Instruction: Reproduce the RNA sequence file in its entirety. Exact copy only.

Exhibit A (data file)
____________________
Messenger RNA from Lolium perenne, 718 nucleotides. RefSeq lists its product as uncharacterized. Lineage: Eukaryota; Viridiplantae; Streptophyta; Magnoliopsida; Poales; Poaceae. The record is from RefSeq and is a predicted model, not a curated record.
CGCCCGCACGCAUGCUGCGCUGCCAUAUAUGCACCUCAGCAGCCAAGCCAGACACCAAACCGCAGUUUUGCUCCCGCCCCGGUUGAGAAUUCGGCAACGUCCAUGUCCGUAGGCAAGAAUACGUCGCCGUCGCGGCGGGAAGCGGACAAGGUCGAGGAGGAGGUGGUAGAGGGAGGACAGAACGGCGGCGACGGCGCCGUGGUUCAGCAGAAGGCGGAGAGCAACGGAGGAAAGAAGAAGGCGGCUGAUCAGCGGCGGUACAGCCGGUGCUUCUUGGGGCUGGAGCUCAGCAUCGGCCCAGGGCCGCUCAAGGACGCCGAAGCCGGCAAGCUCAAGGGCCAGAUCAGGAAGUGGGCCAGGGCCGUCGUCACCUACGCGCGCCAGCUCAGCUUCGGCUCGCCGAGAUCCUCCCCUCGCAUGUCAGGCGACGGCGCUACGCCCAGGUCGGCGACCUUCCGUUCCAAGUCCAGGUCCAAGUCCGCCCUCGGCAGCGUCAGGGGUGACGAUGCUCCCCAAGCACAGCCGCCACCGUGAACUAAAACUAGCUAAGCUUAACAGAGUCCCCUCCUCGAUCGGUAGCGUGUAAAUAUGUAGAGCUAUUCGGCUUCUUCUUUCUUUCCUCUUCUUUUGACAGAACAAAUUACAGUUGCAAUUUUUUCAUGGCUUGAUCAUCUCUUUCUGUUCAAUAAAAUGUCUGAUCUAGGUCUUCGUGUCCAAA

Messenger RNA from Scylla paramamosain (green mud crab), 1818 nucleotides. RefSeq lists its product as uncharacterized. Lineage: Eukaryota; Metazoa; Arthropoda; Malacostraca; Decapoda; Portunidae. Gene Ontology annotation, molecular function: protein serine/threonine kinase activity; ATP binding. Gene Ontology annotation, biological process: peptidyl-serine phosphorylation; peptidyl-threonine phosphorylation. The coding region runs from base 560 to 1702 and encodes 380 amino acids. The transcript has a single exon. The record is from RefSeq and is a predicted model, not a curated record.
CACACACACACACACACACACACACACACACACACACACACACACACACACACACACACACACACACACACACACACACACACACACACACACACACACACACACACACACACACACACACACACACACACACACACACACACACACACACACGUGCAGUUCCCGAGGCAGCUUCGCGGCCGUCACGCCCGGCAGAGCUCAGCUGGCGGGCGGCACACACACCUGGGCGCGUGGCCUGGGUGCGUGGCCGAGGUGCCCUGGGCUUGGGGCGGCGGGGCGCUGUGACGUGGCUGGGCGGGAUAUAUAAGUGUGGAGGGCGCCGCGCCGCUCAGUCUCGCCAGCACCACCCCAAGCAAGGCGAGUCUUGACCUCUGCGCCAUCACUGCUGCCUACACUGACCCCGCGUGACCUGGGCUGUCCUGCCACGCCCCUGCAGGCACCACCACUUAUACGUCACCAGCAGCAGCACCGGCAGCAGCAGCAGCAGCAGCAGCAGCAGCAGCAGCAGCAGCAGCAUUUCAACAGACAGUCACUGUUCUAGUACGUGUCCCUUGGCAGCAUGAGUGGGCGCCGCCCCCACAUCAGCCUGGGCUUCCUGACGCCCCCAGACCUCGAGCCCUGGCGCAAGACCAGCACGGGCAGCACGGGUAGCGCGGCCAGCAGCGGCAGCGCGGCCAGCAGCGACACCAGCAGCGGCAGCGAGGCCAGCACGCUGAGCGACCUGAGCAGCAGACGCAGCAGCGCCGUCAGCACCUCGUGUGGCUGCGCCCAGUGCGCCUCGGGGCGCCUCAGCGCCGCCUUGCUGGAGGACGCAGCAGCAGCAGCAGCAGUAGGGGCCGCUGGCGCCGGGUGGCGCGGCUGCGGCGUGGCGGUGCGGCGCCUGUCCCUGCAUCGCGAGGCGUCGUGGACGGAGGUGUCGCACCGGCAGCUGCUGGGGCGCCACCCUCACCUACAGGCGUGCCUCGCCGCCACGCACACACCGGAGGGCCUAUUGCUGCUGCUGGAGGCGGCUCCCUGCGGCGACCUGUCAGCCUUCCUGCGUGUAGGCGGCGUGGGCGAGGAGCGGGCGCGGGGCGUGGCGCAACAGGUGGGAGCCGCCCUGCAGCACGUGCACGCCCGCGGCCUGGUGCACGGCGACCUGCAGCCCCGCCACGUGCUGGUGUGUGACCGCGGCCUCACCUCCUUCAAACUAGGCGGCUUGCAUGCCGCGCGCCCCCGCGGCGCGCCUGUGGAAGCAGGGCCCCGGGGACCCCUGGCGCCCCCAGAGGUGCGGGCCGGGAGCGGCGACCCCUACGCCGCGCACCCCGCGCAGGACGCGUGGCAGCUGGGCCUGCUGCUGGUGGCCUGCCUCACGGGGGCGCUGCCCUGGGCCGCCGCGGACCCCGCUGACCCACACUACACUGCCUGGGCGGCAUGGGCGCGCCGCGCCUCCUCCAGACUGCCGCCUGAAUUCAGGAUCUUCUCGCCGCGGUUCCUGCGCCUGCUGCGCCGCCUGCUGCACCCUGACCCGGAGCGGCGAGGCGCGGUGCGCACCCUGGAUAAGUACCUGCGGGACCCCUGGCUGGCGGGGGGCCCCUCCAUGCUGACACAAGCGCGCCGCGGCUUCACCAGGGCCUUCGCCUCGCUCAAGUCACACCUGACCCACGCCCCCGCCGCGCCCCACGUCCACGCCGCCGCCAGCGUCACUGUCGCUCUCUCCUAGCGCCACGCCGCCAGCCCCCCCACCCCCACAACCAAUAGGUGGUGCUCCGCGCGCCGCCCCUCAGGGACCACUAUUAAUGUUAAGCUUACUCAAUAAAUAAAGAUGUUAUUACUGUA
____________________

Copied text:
Messenger RNA from Lolium perenne, 718 nucleotides. RefSeq lists its product as uncharacterized. Lineage: Eukaryota; Viridiplantae; Streptophyta; Magnoliopsida; Poales; Poaceae. The record is from RefSeq and is a predicted model, not a curated record.
CGCCCGCACGCAUGCUGCGCUGCCAUAUAUGCACCUCAGCAGCCAAGCCAGACACCAAACCGCAGUUUUGCUCCCGCCCCGGUUGAGAAUUCGGCAACGUCCAUGUCCGUAGGCAAGAAUACGUCGCCGUCGCGGCGGGAAGCGGACAAGGUCGAGGAGGAGGUGGUAGAGGGAGGACAGAACGGCGGCGACGGCGCCGUGGUUCAGCAGAAGGCGGAGAGCAACGGAGGAAAGAAGAAGGCGGCUGAUCAGCGGCGGUACAGCCGGUGCUUCUUGGGGCUGGAGCUCAGCAUCGGCCCAGGGCCGCUCAAGGACGCCGAAGCCGGCAAGCUCAAGGGCCAGAUCAGGAAGUGGGCCAGGGCCGUCGUCACCUACGCGCGCCAGCUCAGCUUCGGCUCGCCGAGAUCCUCCCCUCGCAUGUCAGGCGACGGCGCUACGCCCAGGUCGGCGACCUUCCGUUCCAAGUCCAGGUCCAAGUCCGCCCUCGGCAGCGUCAGGGGUGACGAUGCUCCCCAAGCACAGCCGCCACCGUGAACUAAAACUAGCUAAGCUUAACAGAGUCCCCUCCUCGAUCGGUAGCGUGUAAAUAUGUAGAGCUAUUCGGCUUCUUCUUUCUUUCCUCUUCUUUUGACAGAACAAAUUACAGUUGCAAUUUUUUCAUGGCUUGAUCAUCUCUUUCUGUUCAAUAAAAUGUCUGAUCUAGGUCUUCGUGUCCAAA

Messenger RNA from Scylla paramamosain (green mud crab), 1818 nucleotides. RefSeq lists its product as uncharacterized. Lineage: Eukaryota; Metazoa; Arthropoda; Malacostraca; Decapoda; Portunidae. Gene Ontology annotation, molecular function: protein serine/threonine kinase activity; ATP binding. Gene Ontology annotation, biological process: peptidyl-serine phosphorylation; peptidyl-threonine phosphorylation. The coding region runs from base 560 to 1702 and encodes 380 amino acids. The transcript has a single exon. The record is from RefSeq and is a predicted model, not a curated record.
CACACACACACACACACACACACACACACACACACACACACACACACACACACACACACACACACACACACACACACACACACACACACACACACACACACACACACACACACACACACACACACACACACACACACACACACACACACACACGUGCAGUUCCCGAGGCAGCUUCGCGGCCGUCACGCCCGGCAGAGCUCAGCUGGCGGGCGGCACACACACCUGGGCGCGUGGCCUGGGUGCGUGGCCGAGGUGCCCUGGGCUUGGGGCGGCGGGGCGCUGUGACGUGGCUGGGCGGGAUAUAUAAGUGUGGAGGGCGCCGCGCCGCUCAGUCUCGCCAGCACCACCCCAAGCAAGGCGAGUCUUGACCUCUGCGCCAUCACUGCUGCCUACACUGACCCCGCGUGACCUGGGCUGUCCUGCCACGCCCCUGCAGGCACCACCACUUAUACGUCACCAGCAGCAGCACCGGCAGCAGCAGCAGCAGCAGCAGCAGCAGCAGCAGCAGCAGCAGCAUUUCAACAGACAGUCACUGUUCUAGUACGUGUCCCUUGGCAGCAUGAGUGGGCGCCGCCCCCACAUCAGCCUGGGCUUCCUGACGCCCCCAGACCUCGAGCCCUGGCGCAAGACCAGCACGGGCAGCACGGGUAGCGCGGCCAGCAGCGGCAGCGCGGCCAGCAGCGACACCAGCAGCGGCAGCGAGGCCAGCACGCUGAGCGACCUGAGCAGCAGACGCAGCAGCGCCGUCAGCACCUCGUGUGGCUGCGCCCAGUGCGCCUCGGGGCGCCUCAGCGCCGCCUUGCUGGAGGACGCAGCAGCAGCAGCAGCAGUAGGGGCCGCUGGCGCCGGGUGGCGCGGCUGCGGCGUGGCGGUGCGGCGCCUGUCCCUGCAUCGCGAGGCGUCGUGGACGGAGGUGUCGCACCGGCAGCUGCUGGGGCGCCACCCUCACCUACAGGCGUGCCUCGCCGCCACGCACACACCGGAGGGCCUAUUGCUGCUGCUGGAGGCGGCUCCCUGCGGCGACCUGUCAGCCUUCCUGCGUGUAGGCGGCGUGGGCGAGGAGCGGGCGCGGGGCGUGGCGCAACAGGUGGGAGCCGCCCUGCAGCACGUGCACGCCCGCGGCCUGGUGCACGGCGACCUGCAGCCCCGCCACGUGCUGGUGUGUGACCGCGGCCUCACCUCCUUCAAACUAGGCGGCUUGCAUGCCGCGCGCCCCCGCGGCGCGCCUGUGGAAGCAGGGCCCCGGGGACCCCUGGCGCCCCCAGAGGUGCGGGCCGGGAGCGGCGACCCCUACGCCGCGCACCCCGCGCAGGACGCGUGGCAGCUGGGCCUGCUGCUGGUGGCCUGCCUCACGGGGGCGCUGCCCUGGGCCGCCGCGGACCCCGCUGACCCACACUACACUGCCUGGGCGGCAUGGGCGCGCCGCGCCUCCUCCAGACUGCCGCCUGAAUUCAGGAUCUUCUCGCCGCGGUUCCUGCGCCUGCUGCGCCGCCUGCUGCACCCUGACCCGGAGCGGCGAGGCGCGGUGCGCACCCUGGAUAAGUACCUGCGGGACCCCUGGCUGGCGGGGGGCCCCUCCAUGCUGACACAAGCGCGCCGCGGCUUCACCAGGGCCUUCGCCUCGCUCAAGUCACACCUGACCCACGCCCCCGCCGCGCCCCACGUCCACGCCGCCGCCAGCGUCACUGUCGCUCUCUCCUAGCGCCACGCCGCCAGCCCCCCCACCCCCACAACCAAUAGGUGGUGCUCCGCGCGCCGCCCCUCAGGGACCACUAUUAAUGUUAAGCUUACUCAAUAAAUAAAGAUGUUAUUACUGUA